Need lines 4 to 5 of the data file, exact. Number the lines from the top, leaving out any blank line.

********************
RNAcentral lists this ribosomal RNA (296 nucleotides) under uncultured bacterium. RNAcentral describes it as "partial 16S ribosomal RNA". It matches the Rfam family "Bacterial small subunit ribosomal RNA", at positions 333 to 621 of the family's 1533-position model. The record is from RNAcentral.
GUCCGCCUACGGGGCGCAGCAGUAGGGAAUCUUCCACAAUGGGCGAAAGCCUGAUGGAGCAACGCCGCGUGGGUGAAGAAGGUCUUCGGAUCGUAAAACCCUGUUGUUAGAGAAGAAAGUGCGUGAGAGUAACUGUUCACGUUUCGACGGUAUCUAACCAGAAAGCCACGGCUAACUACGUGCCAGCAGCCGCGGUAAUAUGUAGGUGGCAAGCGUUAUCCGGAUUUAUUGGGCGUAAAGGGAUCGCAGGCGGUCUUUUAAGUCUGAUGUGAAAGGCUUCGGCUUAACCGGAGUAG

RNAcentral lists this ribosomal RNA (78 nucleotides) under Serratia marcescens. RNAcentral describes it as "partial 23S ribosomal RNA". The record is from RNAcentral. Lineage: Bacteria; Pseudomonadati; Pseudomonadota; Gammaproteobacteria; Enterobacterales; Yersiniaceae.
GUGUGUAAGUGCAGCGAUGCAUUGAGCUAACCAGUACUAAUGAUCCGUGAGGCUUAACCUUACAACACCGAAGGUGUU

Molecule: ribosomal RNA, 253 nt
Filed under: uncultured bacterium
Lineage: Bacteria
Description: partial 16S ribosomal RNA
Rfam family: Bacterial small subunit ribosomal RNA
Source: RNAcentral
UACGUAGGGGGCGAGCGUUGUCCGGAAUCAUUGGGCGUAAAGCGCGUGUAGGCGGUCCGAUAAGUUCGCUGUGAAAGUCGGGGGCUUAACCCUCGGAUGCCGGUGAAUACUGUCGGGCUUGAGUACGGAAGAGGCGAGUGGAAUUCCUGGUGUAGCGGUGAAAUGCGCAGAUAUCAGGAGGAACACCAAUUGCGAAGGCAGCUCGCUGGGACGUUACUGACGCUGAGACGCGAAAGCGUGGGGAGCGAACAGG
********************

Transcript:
GUGUGUAAGUGCAGCGAUGCAUUGAGCUAACCAGUACUAAUGAUCCGUGAGGCUUAACCUUACAACACCGAAGGUGUU

Molecule: ribosomal RNA, 253 nt